Millennium Challenge Corporation Fights Corruption in the Developing World

May 19, 2011 By Jane Kaminski

Opponents of foreign assistance often target transparency and foreign government corruption as critical setbacks in development work.  The belief is once money leaves the donor countries, recipient governments pilfer the money into the pockets of corrupt politicians rather applying the money to the agreed-upon development projects, bolstering corrupt regimes and marginalizing the opportunity for growth in the state.  On the Hill, debate has circled around the accountability and value of aid programs to US foreign policy.  International Affairs budgeting hinges on the accountability and success of the programs, as well as their proven value to national security and U.S. foreign policy.

When strict guidelines for grant recipients and continual oversight force transparency and proper allocation of funds, assistance dollars can not only alleviate poverty, but also develop more accountable, transparent governments.    Millennium Challenge Corporation (MCC), started in 2004, has earned a strong track record for its ability to implement multi-year programs while requiring better governance from the recipient countries.  As MCC’s Vice President for Policy and International Relations Sheila Herrling pointed out this week, the agency maintains the core belief that “aid is better spent in well-governed countries.”  By maintaining rigorous criteria for selecting countries to receive compacts or threshold agreements, and then enforcing high standards for program implementation and monitoring the countries’ governance and transparency, the MCC has been able to leverage the developing countries to achieve higher standards for governance strengthening their economies for long-term growth.  Early outcomes have been promising.  The MCC has successfully leveraged dozens of countries toward more democratic, transparent governments and has not had any serious instances of corruptions within its programs.  Cape Verde recently became the first country to sign a second compact with the MCC.  Ms. Herrling noted that Cape Verde stands out as the single fastest and best reformer in the world, achieving high levels of transparency and good governance.  Arguably, were it not for the incentive of the multi-year infrastructure and economic development programs, such rapid success would not have been attained.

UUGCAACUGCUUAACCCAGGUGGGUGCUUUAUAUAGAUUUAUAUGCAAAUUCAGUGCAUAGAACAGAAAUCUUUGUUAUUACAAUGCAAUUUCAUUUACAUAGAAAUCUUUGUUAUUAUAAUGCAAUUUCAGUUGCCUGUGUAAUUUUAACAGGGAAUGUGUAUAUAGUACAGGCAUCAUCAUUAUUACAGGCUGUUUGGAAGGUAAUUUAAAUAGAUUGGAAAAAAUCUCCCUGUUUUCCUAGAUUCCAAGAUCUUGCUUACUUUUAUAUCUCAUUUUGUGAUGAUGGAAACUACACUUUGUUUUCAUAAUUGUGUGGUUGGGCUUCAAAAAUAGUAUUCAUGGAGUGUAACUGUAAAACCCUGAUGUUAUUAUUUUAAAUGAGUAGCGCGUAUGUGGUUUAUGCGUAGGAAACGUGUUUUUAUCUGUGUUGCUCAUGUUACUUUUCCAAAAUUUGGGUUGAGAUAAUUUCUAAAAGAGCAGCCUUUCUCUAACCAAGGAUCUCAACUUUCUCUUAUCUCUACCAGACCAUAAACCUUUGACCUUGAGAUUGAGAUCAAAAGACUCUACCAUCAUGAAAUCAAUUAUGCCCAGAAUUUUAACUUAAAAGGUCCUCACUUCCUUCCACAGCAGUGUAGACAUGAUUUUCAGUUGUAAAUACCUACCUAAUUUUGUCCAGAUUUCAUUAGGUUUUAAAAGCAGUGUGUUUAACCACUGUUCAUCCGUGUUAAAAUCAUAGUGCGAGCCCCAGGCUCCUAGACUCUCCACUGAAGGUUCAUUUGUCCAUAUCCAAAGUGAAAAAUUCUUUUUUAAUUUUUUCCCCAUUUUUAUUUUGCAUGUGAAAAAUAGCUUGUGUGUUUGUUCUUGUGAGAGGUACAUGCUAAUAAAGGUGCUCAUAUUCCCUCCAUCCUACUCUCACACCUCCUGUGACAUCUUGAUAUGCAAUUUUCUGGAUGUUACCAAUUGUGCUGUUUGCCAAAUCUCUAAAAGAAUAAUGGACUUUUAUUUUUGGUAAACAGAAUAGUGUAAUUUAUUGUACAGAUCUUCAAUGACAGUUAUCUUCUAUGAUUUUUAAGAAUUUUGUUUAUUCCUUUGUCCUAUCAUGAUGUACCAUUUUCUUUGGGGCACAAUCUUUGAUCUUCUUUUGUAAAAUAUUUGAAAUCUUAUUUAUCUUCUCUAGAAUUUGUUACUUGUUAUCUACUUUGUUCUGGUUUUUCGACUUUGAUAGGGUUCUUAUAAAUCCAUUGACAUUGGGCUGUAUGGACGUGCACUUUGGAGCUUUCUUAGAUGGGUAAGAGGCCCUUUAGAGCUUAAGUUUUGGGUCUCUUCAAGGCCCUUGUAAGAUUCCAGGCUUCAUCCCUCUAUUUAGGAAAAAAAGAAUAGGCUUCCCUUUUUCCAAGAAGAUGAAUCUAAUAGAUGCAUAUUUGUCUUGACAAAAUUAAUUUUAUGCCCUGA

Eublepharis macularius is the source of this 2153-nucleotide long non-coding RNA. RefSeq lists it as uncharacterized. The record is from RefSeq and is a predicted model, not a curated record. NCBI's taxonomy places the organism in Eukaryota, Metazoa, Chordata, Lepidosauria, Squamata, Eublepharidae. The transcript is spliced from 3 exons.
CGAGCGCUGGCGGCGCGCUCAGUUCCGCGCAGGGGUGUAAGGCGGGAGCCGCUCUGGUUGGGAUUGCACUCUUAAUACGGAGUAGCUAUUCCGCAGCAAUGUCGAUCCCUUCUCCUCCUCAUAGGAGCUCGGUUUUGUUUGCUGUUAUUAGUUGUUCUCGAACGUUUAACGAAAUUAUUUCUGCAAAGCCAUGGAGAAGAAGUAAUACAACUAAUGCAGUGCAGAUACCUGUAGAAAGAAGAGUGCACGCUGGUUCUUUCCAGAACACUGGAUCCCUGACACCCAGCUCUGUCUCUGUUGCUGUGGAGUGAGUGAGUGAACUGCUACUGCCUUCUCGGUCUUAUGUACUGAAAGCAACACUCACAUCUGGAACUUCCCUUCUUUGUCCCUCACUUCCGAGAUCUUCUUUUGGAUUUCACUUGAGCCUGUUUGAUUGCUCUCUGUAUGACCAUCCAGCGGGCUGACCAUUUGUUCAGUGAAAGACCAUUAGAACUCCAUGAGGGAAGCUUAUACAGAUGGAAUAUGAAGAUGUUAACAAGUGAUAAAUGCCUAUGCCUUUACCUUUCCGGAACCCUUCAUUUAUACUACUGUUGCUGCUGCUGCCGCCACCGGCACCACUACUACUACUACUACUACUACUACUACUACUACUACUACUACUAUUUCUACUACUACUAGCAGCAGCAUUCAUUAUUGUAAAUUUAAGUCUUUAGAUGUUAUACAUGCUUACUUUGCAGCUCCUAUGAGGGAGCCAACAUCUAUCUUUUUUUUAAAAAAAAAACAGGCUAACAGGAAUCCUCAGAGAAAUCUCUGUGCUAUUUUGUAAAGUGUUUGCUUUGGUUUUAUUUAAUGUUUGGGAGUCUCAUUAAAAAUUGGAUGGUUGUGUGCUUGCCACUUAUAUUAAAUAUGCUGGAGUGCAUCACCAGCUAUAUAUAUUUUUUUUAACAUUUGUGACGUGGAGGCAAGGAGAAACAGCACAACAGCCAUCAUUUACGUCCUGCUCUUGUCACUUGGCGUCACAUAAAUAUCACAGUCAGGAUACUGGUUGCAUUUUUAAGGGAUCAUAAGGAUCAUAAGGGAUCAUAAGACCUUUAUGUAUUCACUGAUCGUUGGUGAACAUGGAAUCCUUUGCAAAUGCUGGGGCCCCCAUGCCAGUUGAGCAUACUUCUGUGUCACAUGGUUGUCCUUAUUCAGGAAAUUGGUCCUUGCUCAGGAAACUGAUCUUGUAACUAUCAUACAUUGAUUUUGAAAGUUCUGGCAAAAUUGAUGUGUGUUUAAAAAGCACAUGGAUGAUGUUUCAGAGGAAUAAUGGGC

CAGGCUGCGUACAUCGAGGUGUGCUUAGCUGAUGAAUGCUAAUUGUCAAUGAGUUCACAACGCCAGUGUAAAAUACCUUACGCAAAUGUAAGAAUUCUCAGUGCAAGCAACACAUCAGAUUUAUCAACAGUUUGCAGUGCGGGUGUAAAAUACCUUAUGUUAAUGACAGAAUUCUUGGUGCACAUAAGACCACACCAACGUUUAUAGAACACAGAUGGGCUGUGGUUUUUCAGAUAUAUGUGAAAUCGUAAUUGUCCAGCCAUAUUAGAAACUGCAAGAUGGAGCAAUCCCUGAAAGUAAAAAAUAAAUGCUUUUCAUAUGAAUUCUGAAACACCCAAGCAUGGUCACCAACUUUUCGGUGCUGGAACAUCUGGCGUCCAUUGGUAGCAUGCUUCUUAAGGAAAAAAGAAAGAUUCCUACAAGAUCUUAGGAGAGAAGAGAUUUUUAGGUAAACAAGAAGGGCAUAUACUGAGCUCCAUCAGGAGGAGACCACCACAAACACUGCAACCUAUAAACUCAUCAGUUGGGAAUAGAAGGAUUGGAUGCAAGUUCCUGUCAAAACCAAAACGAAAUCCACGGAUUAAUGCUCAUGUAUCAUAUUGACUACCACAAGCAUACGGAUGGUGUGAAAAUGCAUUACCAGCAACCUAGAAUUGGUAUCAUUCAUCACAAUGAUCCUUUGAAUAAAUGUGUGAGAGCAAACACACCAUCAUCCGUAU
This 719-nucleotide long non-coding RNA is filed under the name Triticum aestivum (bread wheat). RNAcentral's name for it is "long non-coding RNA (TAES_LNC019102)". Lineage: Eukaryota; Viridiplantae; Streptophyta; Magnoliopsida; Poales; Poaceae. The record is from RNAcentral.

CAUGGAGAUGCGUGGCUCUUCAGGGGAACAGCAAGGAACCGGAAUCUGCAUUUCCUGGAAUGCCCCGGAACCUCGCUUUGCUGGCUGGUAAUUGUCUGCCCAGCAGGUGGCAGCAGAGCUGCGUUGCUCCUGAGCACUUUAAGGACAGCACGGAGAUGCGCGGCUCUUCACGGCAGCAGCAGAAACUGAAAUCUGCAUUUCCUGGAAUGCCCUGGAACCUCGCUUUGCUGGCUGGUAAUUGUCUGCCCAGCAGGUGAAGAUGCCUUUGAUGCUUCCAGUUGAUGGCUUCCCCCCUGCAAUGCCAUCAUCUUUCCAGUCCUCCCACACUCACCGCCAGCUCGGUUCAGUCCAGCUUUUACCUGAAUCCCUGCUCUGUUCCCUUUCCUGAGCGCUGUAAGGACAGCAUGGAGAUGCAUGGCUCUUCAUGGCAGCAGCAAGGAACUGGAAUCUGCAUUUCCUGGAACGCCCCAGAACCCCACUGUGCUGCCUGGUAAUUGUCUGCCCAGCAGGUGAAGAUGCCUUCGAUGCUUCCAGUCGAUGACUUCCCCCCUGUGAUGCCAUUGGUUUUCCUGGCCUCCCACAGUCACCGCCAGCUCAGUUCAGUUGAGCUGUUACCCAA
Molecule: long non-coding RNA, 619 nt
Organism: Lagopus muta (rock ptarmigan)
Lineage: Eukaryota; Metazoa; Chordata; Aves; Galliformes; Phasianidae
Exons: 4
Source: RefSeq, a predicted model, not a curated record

Debates continue on the Hill as Congress continues to make difficult decisions about the budget.  The International Affairs Budget is facing devastating and disproportionate cuts, but U.S. diplomatic and development efforts are as important as ever and are continue working to modernize.  MCC is just a small portion of the International Affairs Budget, it represents the ongoing effort for more effective, efficient programming and other U.S. international development organizations have taken note of its success.  USAID recently released its USAID Forward, which aims to improve monitoring and implementation to ensure that assistance dollars are appropriately spent.  The Administration also recently launched the Foreign Assistance Dashboard, which allows anyone to track where and how foreign assistance dollars are allocated and spent.  These initiatives foster transparency and accountability and hold recipient governments to high standards.  They are proving valuable to international stability and U.S. smart power strategy.  Innovative programs like the MCC offer lessons learned and instruction on how to alleviate poverty, promote good governance, and advance U.S. interests abroad.